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SBJ/Aug. 18-24, 2014/FranchisesPrint All
Despite a summer of litigation and unprecedented off-the-court headlines, the Los Angeles Clippers have emerged relatively unscathed financially as new owner Steve Ballmer now officially takes charge of the franchise.
“There are not any gaping holes,” said Dick Parsons, the former Time Warner chief executive officer who was hired by the NBA to restore order to the Clippers after former owner Donald Sterling was banned from the league for life in late April following disclosure of his racist comments. “Sales are pretty good, and we are almost up on a revenue basis.”
Dick Parsons was hired by the NBA to restore order to the Clippers.
Photo by:Enter Name Here
The NBA officially approved Ballmer’s purchase of the Clippers last week. That finalized a deal originally announced in late May.
Parsons did not provide specifics, but based on financial data from the sales book for the franchise issued earlier this year by Bank of America, the Clippers had a projected $112 million in total team revenue in fiscal 2014, a period that ended in June. Total operating revenue, which includes the team’s share of leaguewide television revenue, was projected at $164 million.
Bank of America was hired by Sterling’s estranged wife, Shelly, to help sell the team.
The Clippers, Parsons said, have a front-office head count of 110 employees, about the same as before the Sterling controversy. Of course, that staff count is minus former
longtime team President Andy Roeser, who left the team on May 6, when the NBA announced he was taking an indefinite leave of absence. But the 110 head count is on the low end of NBA front-office staffing.
“Typically, teams have between 120 and 140, but the Clippers don’t own their own arena,” said Bill Sutton, president of industry consultancy Bill Sutton & Associates, which counts NBA teams as clients.
Looking at the Clippers’ business areas, the team’s season-ticket renewal rate is at about 85 percent.“Everyone has hung on, and season-ticket holders don’t want to give up their seats,” Parsons said.
Similarly, most of the team sponsors have remained with the franchise, though Parsons said there are one or two that are undecided on returning.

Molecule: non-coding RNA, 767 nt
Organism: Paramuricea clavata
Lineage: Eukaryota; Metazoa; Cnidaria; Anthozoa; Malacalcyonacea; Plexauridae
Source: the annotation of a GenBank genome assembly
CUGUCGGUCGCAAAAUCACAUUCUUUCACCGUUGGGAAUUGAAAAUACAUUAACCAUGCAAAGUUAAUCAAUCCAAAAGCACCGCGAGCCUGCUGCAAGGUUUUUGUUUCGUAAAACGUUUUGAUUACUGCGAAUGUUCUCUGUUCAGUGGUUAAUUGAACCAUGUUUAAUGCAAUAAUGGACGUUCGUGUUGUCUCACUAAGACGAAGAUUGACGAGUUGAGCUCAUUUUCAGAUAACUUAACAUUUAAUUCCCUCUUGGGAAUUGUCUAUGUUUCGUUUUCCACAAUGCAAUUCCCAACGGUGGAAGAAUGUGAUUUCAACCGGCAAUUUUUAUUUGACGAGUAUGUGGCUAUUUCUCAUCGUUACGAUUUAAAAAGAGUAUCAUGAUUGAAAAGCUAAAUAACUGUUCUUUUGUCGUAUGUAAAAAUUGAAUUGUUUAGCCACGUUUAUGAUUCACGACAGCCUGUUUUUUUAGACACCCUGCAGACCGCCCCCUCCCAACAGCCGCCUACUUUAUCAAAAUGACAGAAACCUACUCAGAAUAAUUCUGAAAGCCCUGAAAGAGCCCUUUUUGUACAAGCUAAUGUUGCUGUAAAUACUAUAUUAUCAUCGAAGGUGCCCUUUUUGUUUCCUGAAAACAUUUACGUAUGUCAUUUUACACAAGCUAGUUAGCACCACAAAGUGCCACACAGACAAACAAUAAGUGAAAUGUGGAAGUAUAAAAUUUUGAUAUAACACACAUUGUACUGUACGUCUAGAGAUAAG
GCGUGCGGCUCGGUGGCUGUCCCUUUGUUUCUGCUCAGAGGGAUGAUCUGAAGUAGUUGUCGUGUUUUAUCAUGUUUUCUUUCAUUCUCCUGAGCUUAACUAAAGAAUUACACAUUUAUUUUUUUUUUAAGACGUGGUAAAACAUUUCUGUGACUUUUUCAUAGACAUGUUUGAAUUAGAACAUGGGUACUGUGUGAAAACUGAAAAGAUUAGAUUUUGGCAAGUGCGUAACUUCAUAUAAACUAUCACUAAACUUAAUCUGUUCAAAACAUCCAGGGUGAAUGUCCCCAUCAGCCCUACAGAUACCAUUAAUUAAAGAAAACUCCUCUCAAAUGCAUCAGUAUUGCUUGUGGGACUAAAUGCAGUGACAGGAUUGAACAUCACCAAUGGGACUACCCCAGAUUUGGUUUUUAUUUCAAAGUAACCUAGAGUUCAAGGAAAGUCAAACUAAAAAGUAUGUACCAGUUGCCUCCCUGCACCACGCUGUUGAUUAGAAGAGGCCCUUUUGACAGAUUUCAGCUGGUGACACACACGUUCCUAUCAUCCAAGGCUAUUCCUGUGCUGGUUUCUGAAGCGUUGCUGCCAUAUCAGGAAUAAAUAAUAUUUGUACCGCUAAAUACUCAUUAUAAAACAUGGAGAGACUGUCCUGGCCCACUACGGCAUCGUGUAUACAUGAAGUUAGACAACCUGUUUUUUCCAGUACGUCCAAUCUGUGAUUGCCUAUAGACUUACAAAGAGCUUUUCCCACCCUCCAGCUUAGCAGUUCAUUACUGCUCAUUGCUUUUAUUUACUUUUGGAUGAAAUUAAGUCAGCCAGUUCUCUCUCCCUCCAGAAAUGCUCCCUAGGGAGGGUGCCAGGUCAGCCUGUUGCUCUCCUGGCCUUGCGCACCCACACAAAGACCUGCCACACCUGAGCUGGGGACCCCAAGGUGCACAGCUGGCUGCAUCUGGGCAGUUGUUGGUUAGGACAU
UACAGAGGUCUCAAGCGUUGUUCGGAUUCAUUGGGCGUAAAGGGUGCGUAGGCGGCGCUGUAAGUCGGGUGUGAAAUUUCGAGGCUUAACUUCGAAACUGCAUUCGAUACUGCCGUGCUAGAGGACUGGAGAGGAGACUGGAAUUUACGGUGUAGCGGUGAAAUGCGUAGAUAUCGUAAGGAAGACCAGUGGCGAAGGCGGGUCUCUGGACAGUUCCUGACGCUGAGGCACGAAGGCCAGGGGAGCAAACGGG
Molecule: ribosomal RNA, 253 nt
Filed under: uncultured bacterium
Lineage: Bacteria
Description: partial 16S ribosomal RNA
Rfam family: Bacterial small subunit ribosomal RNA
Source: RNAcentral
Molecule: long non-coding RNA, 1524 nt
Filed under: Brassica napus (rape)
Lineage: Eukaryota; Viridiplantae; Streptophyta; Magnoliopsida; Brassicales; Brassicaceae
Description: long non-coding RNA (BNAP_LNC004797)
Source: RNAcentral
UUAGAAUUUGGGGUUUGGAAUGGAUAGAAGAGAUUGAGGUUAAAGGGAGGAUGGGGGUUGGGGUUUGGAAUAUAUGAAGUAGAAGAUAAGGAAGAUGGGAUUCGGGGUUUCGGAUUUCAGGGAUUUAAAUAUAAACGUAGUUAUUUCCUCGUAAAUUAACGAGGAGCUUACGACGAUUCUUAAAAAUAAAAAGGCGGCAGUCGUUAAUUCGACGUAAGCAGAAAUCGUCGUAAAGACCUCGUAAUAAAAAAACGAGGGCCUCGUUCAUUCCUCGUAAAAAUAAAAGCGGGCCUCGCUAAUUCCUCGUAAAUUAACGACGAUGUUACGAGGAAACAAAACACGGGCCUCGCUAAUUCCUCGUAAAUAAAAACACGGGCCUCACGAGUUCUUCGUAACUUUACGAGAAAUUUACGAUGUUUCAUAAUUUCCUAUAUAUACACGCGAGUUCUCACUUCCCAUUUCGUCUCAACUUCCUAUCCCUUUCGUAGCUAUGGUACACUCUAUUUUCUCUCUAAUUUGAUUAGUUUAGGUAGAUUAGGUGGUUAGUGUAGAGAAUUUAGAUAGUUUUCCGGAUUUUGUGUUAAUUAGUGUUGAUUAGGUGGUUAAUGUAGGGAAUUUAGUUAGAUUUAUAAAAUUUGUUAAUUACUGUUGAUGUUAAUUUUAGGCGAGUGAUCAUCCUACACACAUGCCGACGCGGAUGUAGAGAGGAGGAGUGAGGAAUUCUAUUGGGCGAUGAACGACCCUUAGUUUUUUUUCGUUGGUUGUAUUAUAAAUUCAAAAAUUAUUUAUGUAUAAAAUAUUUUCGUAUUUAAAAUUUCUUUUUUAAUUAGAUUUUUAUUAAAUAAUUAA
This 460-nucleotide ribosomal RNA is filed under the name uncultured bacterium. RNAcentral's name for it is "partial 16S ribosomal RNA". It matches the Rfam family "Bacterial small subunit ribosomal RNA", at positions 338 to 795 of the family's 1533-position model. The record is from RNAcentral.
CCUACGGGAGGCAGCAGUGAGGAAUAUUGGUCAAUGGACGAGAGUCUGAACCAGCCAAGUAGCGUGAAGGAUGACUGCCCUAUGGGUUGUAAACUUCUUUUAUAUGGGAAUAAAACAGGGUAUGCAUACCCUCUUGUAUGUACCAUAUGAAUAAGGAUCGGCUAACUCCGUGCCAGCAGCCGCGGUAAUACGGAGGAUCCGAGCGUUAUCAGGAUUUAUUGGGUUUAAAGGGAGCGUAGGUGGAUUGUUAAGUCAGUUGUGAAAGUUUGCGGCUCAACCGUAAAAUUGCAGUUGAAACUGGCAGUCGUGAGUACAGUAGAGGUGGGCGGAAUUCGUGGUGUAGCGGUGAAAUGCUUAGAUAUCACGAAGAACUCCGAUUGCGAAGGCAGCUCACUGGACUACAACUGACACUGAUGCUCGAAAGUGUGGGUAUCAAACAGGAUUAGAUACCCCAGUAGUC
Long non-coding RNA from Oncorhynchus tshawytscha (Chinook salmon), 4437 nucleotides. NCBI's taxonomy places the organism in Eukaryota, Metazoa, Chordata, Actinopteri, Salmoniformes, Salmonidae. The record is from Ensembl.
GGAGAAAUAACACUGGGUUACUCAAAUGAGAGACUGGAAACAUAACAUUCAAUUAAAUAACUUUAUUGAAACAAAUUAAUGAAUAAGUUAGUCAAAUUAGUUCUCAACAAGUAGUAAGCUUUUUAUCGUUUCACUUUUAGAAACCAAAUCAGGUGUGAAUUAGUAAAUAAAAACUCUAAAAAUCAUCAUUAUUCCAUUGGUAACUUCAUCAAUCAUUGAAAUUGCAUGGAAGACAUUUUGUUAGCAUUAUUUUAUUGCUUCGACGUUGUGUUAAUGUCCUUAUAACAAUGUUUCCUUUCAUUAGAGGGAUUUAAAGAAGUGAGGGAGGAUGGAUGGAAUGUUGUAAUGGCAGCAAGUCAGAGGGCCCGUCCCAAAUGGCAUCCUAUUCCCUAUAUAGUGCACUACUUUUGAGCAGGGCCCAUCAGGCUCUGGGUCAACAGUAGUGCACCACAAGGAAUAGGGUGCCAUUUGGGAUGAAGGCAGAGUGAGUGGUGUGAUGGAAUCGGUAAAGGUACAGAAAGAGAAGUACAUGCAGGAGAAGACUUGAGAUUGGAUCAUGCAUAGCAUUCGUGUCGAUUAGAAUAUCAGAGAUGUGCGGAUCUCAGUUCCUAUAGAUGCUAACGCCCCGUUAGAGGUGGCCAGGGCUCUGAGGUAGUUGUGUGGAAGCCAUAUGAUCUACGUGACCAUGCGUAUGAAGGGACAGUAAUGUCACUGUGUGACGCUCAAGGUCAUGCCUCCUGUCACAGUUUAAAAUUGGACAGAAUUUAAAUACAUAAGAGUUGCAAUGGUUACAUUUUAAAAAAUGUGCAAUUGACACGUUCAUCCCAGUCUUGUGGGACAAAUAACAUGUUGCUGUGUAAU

Those points both speak to the fact that the outrage this summer in Los Angeles (and nationally) was directed at the now-former owner more than the team itself. This is, after all, a team that’s made the playoffs the past three seasons and boasts two of the league’s stars: Chris Paul and Blake Griffin. Add in popular coach Doc Rivers, and fans and sponsors weren’t looking to distance themselves from the franchise as much as they were to get away from a Sterling-run team.
Parsons said he tried to be in the team’s offices at least once a week over these past several months. His chief of staff, Payne Brown, was in the team’s offices five days a week.
Parsons will remain as interim chief executive for up to a month to help the franchise’s transition to new ownership, but he said Ballmer will waste little time putting his own stamp on the team. That includes the likely hiring of a new president and making moves in other areas — particularly focusing on the team’s digital marketing area.
“That’s something Donald never invested in,” Parsons said.
Ballmer was not available for comment late last week.
“[Ballmer’s] initial moves will be to figure out the operating dynamics of the business so he can figure out what he wants in terms of permanent management,” Parsons added. “My advice is to figure out where major drivers of the business are and get closer to Doc Rivers and the players so there is affinity. This is not a gigantic business. Obviously, this is a talent-sensitive business. It is not an overly complicated business. He will very quickly get his arms around it.”
One major issue that will be critical in helping Ballmer justify his record $2 billion purchase of the franchise is pursuit of a new local cable television deal. The team’s current deal with Prime Ticket ends after the 2015-16 season. According to Bank of America’s sales prospectus, the value of a deal is estimated to jump from the current $25 million annually to $125 million.